Begoña Peiro is a third-year DDes student. She has worked in the fields of architecture and urban planning, focusing on urban climate resilience, informal settlements upgrading, and climate justice. Begoña has recently been awarded a La Caixa Fellowship to carry out her doctoral studies. She holds an M.Sc. in International Cooperation from the International University of Catalunya and a Bachelor & Master’s Degree in Architecture from the Universidad Politécnica de Valencia.
Begoña worked as part of UN-Habitat’s climate change team (Global Solutions Division), supporting the program on strengthened climate action. She also worked for the Bangkok Office, the Pacific Office, and the Regional Office for Asia and the Pacific. She conducted applied research on urban climate resilience, ecosystem-based adaptation, and informal settlements, collaborating with UNEP, UNESCAP, UNDRR, among others. In Fiji, she led the development of community-level vulnerability assessments and action plans in 16 informal settlements across four urban areas. She authored a guide on participatory methodologies to support community-level resilience planning and implemented them on the ground, working with local communities. Begoña has presented at international conferences including the World Urban Forum and the Urban Resilience Asia Pacific Conference.
Previously, Begoña worked at architecture and urban planning offices as a project leader, where she worked on a diverse range of internationally recognized European projects (including the International Architecture Award).
Shweta Ranpura is an architect and urbanist with over 20 years’ experience across geographies, scales and typologies. She is a first year DDes student and her research investigates design practice through the narratives of climate change. Her research is a comparative study of design practices across geographies through narratives, discourse analysis and speculation as ways to investigate contemporary practices and imagine practices for the future.
Shweta has explored architecture, urban design and master planning projects across various design cultures. She has worked as a design director in Bangalore and New York with Gensler, in Singapore, Mumbai and London with BroadwayMalyan as a board director and in Ahmedabad, India with a small practice. Having worked on international projects like the National University Hospital in Singapore, JFK airport in New York and various residential master planning projects, her core interest lies in civic and education typologies.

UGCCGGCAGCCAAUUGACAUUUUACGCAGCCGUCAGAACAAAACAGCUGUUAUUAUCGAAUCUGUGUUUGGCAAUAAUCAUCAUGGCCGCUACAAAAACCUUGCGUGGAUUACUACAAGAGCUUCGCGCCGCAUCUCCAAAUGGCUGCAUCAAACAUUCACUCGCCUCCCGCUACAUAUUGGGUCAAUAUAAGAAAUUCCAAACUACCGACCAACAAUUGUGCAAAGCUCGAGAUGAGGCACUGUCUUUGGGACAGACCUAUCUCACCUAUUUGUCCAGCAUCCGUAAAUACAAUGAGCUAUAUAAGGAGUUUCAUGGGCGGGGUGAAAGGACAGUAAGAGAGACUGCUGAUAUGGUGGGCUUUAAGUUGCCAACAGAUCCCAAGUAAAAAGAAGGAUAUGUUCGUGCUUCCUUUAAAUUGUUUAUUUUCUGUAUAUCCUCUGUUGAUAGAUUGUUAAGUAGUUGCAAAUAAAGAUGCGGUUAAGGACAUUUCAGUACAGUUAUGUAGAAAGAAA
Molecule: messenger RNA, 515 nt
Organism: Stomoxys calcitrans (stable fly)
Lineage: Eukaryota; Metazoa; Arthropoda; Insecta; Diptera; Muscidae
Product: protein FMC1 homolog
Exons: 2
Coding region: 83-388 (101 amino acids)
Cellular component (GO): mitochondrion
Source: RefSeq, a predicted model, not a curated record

She has led and co-taught both advanced and introductory design studios and mentored undergraduate research thesis in architecture and urban design at CEPT University in Ahmedabad. Her students have presented their research papers in various seminars and have won excellence awards for best studio projects.
She has earned her March I from University of California, Berkeley and undergraduate degree in architecture from India.
Katarina Richter-Lunn is an architectural designer, researcher, and third-year doctoral student at the Harvard Graduate School of Design. Her research, found at the intersection of design, psychology, and neuroscience, aims to promote well-being through our environment.
By translating methods of traditional behavioral therapy, her research seeks to demonstrate how human, machine, and spatial interactions can be leveraged via AI algorithms to propose more seamless and intuitive solutions to addressing mental health. As part of this work, she explores how neurological and physiological cues can give insight to one’s behavior, and in turn support cognitive processes through the lens of materiality, computational design, affective computing, and social robotics.
Alongside her doctoral studies at Harvard, Katarina is a research assistant with the Materials Processes and Systems Group (MaP+S) at the GSD, as well as a member of the Aizenberg Lab at the Wyss Institute for Biologically Inspired Engineering.
Katarina holds a Master in Design Technology (M.Des.) from Harvard GSD and a Bachelor of Architecture (B.Arch) from Cal Poly San Luis Obispo, with a minor in Sustainable Environments. She has worked at leading architecture firms including Snøhetta, Arup, IwamottoScott, and most recently Gehry Partners, where she worked as a project designer.
Pedro Rodríguez-Parets Maleras is a first-year Doctor of Design student, architect (B.Arch ’18 and M.Arch ’20), and cultural anthropologist (BA, 2017-now). He holds a Master in Design Studies from Harvard GSD.
Pedro explores the interdisciplinary collaboration between anthropologists and designers -ethnographies and projects- to promote culturally sensitive design. His research focuses on the role of architecture in the failure of “development” projects for ethnic minorities and indigenous peoples. He is particularly interested in housing from the perspectives of kinship, political economy, and symbolic anthropology.
Prior to joining the GSD, Pedro studied in Spain (ETSAM Madrid, ETSAV Barcelona, and UNED Madrid), Switzerland (USI Mendrisio), and Chile (PUC, Santiago de Chile). He has worked at Herzog & de Meuron in Basel, and RCR arquitectes in Olot.
Adam Royalty develops programs that increase organizational effectiveness in social systems through human centered design. He is a fourth-year DDes student researching learning and leadership within public sector sustainability projects. With training as a learning designer, Adam is particularly interested in how individuals, organizations, and communities transfer knowledge into action.